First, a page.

Tasmania's only accredited export sheep and lamb processor says its concerned about its future, after being served with a draft notice threatening to suspend its export licence.
Tasmanian Quality Meats owner Jake Oliver said any federal decision to suspend the licence could cause the Cressy works to close.
That would result in devastating flow-on effects for TQM's 200 workers and the wider agricultural community, he said.
The government alleged the works had breached animal welfare regulations.
"It appears that activists illegally accessed our facility between August and September this year, installing a number of hidden cameras and subsequently providing the illegally obtained footage to the government," Mr Oliver said.
"We were made aware of the footage and on Friday we received a notice of intention from the federal Department of Agriculture, Fisheries and Forestry (DAFF) threatening to suspend our export licence and giving us only seven days to respond."
But it appears TQM is not the only Tasmanian works to come under scrutiny.
Tasmania's Department of Natural Resources and Environment confirmed it received formal complaints on November 27 about slaughter practices and animal welfare at several abattoir operations in Tasmania.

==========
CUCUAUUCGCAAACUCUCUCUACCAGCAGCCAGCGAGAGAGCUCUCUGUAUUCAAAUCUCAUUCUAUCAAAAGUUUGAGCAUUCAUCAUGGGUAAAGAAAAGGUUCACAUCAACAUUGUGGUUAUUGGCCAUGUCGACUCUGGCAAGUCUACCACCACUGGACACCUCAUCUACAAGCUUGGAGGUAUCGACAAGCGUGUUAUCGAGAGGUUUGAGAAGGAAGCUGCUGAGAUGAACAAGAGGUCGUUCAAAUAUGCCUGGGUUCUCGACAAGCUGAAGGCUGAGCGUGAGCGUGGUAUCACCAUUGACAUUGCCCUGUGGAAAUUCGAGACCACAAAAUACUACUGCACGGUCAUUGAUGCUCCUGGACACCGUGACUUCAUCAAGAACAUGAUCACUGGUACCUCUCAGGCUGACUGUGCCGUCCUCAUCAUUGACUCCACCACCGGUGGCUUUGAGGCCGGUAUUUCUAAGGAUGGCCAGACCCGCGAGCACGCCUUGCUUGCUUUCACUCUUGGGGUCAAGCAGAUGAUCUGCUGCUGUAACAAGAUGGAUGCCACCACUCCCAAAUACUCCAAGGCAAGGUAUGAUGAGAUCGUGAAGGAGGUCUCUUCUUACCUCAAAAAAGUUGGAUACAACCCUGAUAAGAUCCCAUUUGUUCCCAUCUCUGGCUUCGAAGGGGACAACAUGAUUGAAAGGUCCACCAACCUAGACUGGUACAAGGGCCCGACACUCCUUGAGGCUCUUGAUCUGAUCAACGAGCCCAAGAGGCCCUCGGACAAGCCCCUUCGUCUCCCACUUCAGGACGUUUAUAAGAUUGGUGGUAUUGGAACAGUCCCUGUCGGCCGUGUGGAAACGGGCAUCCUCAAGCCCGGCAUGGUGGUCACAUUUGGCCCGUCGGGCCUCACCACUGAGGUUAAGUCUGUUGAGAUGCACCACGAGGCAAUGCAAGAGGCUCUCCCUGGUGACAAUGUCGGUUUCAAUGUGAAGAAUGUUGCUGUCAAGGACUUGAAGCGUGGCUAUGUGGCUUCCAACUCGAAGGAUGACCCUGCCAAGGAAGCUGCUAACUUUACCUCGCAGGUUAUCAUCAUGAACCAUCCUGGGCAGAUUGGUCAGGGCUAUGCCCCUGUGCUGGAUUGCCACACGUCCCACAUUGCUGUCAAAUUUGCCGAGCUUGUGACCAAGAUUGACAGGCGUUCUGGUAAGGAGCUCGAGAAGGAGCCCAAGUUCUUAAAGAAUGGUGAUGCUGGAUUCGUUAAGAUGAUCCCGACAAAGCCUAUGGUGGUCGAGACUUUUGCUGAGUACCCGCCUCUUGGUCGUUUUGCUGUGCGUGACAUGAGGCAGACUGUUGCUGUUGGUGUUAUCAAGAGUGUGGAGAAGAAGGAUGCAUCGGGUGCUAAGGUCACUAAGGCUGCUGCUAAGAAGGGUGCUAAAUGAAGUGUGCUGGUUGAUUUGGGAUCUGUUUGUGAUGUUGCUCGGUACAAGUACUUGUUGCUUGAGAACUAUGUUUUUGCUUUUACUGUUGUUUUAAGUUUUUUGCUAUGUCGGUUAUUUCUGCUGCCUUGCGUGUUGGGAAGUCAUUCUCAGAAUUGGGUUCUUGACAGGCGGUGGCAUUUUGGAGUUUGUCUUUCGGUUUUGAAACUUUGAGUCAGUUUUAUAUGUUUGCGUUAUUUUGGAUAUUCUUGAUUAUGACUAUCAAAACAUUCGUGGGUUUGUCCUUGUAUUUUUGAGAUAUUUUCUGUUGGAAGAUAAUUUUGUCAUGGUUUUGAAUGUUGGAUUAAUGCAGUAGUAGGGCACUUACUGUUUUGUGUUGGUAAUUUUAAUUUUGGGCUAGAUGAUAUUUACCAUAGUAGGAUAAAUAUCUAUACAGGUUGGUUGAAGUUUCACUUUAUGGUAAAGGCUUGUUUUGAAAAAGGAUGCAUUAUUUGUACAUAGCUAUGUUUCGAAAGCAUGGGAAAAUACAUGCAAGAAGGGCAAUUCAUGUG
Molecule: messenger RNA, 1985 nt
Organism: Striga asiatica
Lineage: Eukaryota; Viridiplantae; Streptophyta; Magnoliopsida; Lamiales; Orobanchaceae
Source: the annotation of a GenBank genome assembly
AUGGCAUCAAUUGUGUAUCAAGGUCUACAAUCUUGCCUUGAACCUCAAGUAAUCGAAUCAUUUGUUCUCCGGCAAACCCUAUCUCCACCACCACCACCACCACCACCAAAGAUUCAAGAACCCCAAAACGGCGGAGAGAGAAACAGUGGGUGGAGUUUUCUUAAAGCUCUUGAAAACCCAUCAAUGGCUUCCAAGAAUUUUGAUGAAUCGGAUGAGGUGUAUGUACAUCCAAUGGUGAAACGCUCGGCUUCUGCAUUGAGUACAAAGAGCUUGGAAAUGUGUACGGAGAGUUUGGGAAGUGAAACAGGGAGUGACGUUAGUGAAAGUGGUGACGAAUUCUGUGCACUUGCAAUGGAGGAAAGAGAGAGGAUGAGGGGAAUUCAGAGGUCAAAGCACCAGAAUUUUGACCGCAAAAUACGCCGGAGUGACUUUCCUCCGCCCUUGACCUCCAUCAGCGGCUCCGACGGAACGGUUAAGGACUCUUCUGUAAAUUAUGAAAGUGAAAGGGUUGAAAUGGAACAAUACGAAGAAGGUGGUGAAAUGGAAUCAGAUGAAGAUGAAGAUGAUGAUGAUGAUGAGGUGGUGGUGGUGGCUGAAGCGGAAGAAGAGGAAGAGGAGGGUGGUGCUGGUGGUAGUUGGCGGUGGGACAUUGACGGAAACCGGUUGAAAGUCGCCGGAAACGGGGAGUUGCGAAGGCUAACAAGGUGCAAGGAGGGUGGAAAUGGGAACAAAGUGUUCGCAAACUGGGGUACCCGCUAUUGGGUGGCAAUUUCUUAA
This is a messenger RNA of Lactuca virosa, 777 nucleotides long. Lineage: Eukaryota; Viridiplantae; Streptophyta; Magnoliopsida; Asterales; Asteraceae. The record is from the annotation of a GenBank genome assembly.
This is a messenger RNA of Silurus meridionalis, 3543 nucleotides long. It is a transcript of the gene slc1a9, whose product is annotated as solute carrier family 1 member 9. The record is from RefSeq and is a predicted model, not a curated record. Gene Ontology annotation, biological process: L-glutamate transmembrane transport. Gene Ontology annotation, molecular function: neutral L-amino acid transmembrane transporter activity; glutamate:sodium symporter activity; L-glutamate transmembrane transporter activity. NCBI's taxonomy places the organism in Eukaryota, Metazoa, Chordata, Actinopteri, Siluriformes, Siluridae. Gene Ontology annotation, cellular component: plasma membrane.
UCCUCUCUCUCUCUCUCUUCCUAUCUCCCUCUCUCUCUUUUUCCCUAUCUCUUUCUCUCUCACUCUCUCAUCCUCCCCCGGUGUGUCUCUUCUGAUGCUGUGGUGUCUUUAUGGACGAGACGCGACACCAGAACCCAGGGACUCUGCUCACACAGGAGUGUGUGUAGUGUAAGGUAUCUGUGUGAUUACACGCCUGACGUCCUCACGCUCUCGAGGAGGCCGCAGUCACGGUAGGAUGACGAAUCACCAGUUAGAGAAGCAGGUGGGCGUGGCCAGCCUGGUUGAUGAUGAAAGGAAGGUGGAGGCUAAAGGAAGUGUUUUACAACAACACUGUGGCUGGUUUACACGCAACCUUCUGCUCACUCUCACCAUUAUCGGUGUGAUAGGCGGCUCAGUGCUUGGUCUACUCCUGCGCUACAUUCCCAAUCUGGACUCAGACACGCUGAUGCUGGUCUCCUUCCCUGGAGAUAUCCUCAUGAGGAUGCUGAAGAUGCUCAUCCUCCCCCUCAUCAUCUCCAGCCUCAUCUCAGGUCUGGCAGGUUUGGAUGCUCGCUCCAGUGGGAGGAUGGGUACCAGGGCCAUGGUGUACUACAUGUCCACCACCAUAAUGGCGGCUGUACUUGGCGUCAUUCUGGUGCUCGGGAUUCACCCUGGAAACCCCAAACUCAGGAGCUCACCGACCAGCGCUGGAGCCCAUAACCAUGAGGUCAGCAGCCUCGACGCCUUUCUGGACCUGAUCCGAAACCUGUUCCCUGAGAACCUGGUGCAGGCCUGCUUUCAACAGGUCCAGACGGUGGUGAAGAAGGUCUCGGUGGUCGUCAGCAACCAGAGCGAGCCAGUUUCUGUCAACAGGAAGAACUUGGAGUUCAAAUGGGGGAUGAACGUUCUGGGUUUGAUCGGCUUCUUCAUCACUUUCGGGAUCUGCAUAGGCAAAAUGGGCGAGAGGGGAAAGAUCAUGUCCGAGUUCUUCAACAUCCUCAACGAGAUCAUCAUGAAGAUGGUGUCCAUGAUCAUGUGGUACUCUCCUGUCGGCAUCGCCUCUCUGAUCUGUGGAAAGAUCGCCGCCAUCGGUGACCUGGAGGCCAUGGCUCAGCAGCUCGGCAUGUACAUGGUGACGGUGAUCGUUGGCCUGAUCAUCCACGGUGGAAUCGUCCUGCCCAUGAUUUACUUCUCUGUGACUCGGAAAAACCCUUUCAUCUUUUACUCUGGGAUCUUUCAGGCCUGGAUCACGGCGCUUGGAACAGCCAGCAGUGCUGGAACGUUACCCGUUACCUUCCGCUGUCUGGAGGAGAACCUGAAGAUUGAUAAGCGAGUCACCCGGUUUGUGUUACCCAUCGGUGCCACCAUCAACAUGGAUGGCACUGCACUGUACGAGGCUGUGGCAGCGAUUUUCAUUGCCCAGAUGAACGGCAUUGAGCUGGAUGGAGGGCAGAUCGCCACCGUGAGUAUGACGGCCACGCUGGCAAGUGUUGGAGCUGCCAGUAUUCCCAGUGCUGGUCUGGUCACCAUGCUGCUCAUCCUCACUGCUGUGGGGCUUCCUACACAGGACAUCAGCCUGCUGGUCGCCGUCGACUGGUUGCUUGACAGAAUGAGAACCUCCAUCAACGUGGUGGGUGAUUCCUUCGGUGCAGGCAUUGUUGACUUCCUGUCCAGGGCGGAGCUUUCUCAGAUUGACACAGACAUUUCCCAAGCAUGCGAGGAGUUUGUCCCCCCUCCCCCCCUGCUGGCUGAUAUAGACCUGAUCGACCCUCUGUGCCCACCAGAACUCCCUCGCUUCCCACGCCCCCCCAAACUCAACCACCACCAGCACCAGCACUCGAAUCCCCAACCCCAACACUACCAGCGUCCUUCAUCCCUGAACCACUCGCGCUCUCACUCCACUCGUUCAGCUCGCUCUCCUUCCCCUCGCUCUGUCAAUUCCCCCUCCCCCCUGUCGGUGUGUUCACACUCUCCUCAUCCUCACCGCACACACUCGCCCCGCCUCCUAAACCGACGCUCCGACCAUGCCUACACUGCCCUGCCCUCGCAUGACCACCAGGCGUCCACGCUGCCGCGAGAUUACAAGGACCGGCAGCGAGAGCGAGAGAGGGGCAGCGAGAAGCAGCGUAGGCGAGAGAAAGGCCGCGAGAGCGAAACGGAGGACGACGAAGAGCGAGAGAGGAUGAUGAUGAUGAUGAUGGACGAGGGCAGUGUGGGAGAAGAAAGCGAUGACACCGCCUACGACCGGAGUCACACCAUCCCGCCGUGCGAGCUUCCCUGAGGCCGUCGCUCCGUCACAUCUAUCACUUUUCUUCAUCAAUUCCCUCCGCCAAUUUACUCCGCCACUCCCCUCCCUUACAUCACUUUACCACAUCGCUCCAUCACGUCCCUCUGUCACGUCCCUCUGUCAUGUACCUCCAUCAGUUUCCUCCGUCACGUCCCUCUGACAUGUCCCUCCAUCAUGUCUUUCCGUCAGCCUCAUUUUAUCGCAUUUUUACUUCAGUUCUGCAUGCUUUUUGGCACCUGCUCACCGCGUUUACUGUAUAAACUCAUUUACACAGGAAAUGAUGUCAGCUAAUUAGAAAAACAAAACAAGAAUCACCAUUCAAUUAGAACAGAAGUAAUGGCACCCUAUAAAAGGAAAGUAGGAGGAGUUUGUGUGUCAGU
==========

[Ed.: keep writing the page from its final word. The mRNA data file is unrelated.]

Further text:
"The department has taken the allegations very seriously and an investigation team was immediately formed to review the evidence provided," a spokesman said.
"Additional evidence is being collected and interviews are being conducted."
The investigation would determine if there had bee any breaches of the Animal Welfare Act, other relevant Acts and Regulations, and if the businesses were meeting their accreditation requirements.
NRE was working closely with the Department of Agriculture, Fisheries and Forestry in relation to any export abattoir.
A DAFF spokesman said export registered establishments were required to have effective controls in place, to enable adherence to export legislation.
"The footage made available to the department does not align with the export legislation," the spokesman said.
"The department is working with the company in relation to the regulatory matters raised."
No further details would be provided.
The allegations come as peak bodies say the vast majority of Australian abattoirs maintained best practice, despite one works in the south-west of Melbourne ceasing their operations while an investigation into an alleged mistreatment of animals was underway.
Mr Oliver stressed the company condemned all mistreatment of animals, in the strongest possible terms.
Such action was utterly unacceptable and failed to meet the high standards TQM expected.
"Upon becoming aware, we took immediate and significant actions, including:
. Appointed an Animal Welfare Officer;
. Increased Quality Assurance monitoring;
. Purchased a new state of the art stunning system and new restrainer;
. Re-trained all employees on animal welfare obligations; and
. Introduced a Zero Tolerance policy - one strike, you're out," Mr Oliver said.